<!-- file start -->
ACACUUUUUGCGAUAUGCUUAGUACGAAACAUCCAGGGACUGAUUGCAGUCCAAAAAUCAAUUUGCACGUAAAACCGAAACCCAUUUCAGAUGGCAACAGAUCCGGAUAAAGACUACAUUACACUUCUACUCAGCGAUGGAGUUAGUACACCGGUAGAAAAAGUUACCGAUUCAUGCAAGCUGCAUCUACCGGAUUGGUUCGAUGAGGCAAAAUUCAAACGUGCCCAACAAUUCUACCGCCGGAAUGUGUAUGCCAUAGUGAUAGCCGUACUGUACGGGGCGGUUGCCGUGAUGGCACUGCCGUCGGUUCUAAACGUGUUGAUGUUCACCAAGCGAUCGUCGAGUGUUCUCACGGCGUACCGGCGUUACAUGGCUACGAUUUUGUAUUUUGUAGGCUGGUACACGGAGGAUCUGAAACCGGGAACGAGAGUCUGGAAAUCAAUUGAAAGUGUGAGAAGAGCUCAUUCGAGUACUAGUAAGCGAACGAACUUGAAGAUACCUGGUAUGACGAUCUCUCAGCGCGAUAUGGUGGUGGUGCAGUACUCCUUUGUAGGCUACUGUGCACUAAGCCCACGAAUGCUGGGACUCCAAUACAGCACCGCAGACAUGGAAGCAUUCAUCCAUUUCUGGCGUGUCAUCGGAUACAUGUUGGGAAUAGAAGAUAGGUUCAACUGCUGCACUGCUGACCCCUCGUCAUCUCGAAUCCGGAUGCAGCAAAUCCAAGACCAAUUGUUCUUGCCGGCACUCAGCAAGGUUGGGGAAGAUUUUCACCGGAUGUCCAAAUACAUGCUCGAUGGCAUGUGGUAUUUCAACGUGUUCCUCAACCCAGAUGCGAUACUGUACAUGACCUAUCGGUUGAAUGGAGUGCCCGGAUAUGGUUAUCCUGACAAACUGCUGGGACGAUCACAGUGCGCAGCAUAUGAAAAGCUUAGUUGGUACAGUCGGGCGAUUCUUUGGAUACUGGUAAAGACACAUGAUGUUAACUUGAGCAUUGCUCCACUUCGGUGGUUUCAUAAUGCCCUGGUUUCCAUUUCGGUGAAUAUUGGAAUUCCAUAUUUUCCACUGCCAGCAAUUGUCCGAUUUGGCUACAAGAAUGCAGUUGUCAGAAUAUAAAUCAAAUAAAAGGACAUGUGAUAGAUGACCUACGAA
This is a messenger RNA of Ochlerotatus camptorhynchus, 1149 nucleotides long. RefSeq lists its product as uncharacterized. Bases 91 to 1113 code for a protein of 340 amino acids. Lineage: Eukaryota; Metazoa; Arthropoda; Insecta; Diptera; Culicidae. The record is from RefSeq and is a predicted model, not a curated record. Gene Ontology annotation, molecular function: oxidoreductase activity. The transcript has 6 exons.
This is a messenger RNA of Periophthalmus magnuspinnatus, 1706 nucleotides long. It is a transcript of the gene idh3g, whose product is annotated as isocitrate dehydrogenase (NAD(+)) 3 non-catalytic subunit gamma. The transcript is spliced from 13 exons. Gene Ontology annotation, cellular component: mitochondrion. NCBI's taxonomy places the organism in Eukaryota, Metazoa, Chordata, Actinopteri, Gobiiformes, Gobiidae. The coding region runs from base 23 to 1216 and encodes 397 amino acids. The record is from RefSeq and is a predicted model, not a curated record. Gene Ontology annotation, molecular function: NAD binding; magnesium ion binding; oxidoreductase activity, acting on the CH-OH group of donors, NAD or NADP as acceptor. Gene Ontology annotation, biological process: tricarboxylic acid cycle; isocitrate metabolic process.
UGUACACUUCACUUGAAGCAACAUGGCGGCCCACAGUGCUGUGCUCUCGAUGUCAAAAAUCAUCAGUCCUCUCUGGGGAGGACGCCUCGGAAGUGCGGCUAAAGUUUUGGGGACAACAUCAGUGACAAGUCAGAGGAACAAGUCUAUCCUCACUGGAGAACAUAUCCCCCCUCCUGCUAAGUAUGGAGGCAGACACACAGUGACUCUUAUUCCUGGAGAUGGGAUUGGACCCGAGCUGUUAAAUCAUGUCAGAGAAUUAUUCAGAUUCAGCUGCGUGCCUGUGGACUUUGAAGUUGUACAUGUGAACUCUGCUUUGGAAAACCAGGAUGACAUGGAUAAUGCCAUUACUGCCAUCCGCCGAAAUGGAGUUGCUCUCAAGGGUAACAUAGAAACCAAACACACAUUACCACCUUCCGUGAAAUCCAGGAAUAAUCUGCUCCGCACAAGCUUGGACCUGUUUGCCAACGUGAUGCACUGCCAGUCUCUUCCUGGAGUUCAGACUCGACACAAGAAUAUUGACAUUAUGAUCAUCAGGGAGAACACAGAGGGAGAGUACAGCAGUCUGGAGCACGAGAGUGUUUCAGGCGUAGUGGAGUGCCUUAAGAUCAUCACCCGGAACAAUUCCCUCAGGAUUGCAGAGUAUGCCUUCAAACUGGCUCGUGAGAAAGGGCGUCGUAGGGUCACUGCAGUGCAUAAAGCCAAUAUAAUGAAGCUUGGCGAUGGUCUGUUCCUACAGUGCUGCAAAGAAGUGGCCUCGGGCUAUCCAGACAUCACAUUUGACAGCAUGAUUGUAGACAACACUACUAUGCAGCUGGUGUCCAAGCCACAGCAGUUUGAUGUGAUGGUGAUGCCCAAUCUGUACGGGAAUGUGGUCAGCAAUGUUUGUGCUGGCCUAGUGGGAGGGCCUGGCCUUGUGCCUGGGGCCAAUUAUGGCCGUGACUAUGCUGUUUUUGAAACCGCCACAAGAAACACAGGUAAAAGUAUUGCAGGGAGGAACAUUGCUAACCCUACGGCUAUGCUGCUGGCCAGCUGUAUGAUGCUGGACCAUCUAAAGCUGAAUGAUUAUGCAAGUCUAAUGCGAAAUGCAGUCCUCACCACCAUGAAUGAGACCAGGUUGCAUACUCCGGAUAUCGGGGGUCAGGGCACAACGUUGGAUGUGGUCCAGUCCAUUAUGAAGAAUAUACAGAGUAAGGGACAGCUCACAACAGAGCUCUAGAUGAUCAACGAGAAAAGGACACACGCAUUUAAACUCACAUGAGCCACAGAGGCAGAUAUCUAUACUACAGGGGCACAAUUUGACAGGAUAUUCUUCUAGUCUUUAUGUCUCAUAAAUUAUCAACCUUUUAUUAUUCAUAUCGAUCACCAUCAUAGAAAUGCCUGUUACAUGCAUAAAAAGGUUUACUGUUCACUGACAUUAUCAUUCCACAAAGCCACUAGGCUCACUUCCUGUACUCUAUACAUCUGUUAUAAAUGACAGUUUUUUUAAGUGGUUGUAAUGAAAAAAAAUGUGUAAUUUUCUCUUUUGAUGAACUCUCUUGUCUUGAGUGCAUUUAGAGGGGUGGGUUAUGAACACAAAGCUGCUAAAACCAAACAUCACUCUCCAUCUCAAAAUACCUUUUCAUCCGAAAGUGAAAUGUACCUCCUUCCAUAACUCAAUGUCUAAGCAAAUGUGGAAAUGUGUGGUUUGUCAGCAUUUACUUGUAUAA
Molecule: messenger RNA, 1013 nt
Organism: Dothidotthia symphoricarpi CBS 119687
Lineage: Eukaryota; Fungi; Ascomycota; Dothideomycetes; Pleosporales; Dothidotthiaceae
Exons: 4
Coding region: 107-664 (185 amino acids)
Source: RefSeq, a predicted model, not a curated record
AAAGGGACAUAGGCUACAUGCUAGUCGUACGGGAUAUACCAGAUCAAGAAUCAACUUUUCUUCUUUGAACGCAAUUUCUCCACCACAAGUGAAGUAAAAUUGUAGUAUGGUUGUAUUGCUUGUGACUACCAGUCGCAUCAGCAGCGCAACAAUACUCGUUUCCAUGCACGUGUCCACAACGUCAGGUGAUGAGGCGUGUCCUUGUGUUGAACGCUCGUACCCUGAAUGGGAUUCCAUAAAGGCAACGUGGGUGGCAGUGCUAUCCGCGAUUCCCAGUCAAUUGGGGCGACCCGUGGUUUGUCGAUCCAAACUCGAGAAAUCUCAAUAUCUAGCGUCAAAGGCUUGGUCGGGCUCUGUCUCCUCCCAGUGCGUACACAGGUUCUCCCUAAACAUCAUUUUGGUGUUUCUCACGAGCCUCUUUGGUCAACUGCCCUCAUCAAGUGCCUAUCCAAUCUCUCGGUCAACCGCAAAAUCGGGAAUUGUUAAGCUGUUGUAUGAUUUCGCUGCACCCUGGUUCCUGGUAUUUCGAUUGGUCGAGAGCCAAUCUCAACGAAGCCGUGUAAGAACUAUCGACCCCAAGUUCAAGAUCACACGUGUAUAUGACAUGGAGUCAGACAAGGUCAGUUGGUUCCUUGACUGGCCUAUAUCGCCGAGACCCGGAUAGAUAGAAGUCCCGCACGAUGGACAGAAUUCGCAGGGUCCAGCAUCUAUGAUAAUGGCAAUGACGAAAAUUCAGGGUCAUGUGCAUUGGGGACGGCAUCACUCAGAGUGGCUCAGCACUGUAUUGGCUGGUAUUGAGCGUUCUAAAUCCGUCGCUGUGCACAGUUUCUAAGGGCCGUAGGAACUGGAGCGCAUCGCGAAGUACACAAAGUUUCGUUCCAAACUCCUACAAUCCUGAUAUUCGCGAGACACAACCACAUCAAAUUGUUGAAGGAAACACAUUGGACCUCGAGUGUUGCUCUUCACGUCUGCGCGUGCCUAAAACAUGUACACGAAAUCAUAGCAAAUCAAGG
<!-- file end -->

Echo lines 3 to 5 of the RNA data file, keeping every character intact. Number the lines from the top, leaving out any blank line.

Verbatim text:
This is a messenger RNA of Periophthalmus magnuspinnatus, 1706 nucleotides long. It is a transcript of the gene idh3g, whose product is annotated as isocitrate dehydrogenase (NAD(+)) 3 non-catalytic subunit gamma. The transcript is spliced from 13 exons. Gene Ontology annotation, cellular component: mitochondrion. NCBI's taxonomy places the organism in Eukaryota, Metazoa, Chordata, Actinopteri, Gobiiformes, Gobiidae. The coding region runs from base 23 to 1216 and encodes 397 amino acids. The record is from RefSeq and is a predicted model, not a curated record. Gene Ontology annotation, molecular function: NAD binding; magnesium ion binding; oxidoreductase activity, acting on the CH-OH group of donors, NAD or NADP as acceptor. Gene Ontology annotation, biological process: tricarboxylic acid cycle; isocitrate metabolic process.
UGUACACUUCACUUGAAGCAACAUGGCGGCCCACAGUGCUGUGCUCUCGAUGUCAAAAAUCAUCAGUCCUCUCUGGGGAGGACGCCUCGGAAGUGCGGCUAAAGUUUUGGGGACAACAUCAGUGACAAGUCAGAGGAACAAGUCUAUCCUCACUGGAGAACAUAUCCCCCCUCCUGCUAAGUAUGGAGGCAGACACACAGUGACUCUUAUUCCUGGAGAUGGGAUUGGACCCGAGCUGUUAAAUCAUGUCAGAGAAUUAUUCAGAUUCAGCUGCGUGCCUGUGGACUUUGAAGUUGUACAUGUGAACUCUGCUUUGGAAAACCAGGAUGACAUGGAUAAUGCCAUUACUGCCAUCCGCCGAAAUGGAGUUGCUCUCAAGGGUAACAUAGAAACCAAACACACAUUACCACCUUCCGUGAAAUCCAGGAAUAAUCUGCUCCGCACAAGCUUGGACCUGUUUGCCAACGUGAUGCACUGCCAGUCUCUUCCUGGAGUUCAGACUCGACACAAGAAUAUUGACAUUAUGAUCAUCAGGGAGAACACAGAGGGAGAGUACAGCAGUCUGGAGCACGAGAGUGUUUCAGGCGUAGUGGAGUGCCUUAAGAUCAUCACCCGGAACAAUUCCCUCAGGAUUGCAGAGUAUGCCUUCAAACUGGCUCGUGAGAAAGGGCGUCGUAGGGUCACUGCAGUGCAUAAAGCCAAUAUAAUGAAGCUUGGCGAUGGUCUGUUCCUACAGUGCUGCAAAGAAGUGGCCUCGGGCUAUCCAGACAUCACAUUUGACAGCAUGAUUGUAGACAACACUACUAUGCAGCUGGUGUCCAAGCCACAGCAGUUUGAUGUGAUGGUGAUGCCCAAUCUGUACGGGAAUGUGGUCAGCAAUGUUUGUGCUGGCCUAGUGGGAGGGCCUGGCCUUGUGCCUGGGGCCAAUUAUGGCCGUGACUAUGCUGUUUUUGAAACCGCCACAAGAAACACAGGUAAAAGUAUUGCAGGGAGGAACAUUGCUAACCCUACGGCUAUGCUGCUGGCCAGCUGUAUGAUGCUGGACCAUCUAAAGCUGAAUGAUUAUGCAAGUCUAAUGCGAAAUGCAGUCCUCACCACCAUGAAUGAGACCAGGUUGCAUACUCCGGAUAUCGGGGGUCAGGGCACAACGUUGGAUGUGGUCCAGUCCAUUAUGAAGAAUAUACAGAGUAAGGGACAGCUCACAACAGAGCUCUAGAUGAUCAACGAGAAAAGGACACACGCAUUUAAACUCACAUGAGCCACAGAGGCAGAUAUCUAUACUACAGGGGCACAAUUUGACAGGAUAUUCUUCUAGUCUUUAUGUCUCAUAAAUUAUCAACCUUUUAUUAUUCAUAUCGAUCACCAUCAUAGAAAUGCCUGUUACAUGCAUAAAAAGGUUUACUGUUCACUGACAUUAUCAUUCCACAAAGCCACUAGGCUCACUUCCUGUACUCUAUACAUCUGUUAUAAAUGACAGUUUUUUUAAGUGGUUGUAAUGAAAAAAAAUGUGUAAUUUUCUCUUUUGAUGAACUCUCUUGUCUUGAGUGCAUUUAGAGGGGUGGGUUAUGAACACAAAGCUGCUAAAACCAAACAUCACUCUCCAUCUCAAAAUACCUUUUCAUCCGAAAGUGAAAUGUACCUCCUUCCAUAACUCAAUGUCUAAGCAAAUGUGGAAAUGUGUGGUUUGUCAGCAUUUACUUGUAUAA
Molecule: messenger RNA, 1013 nt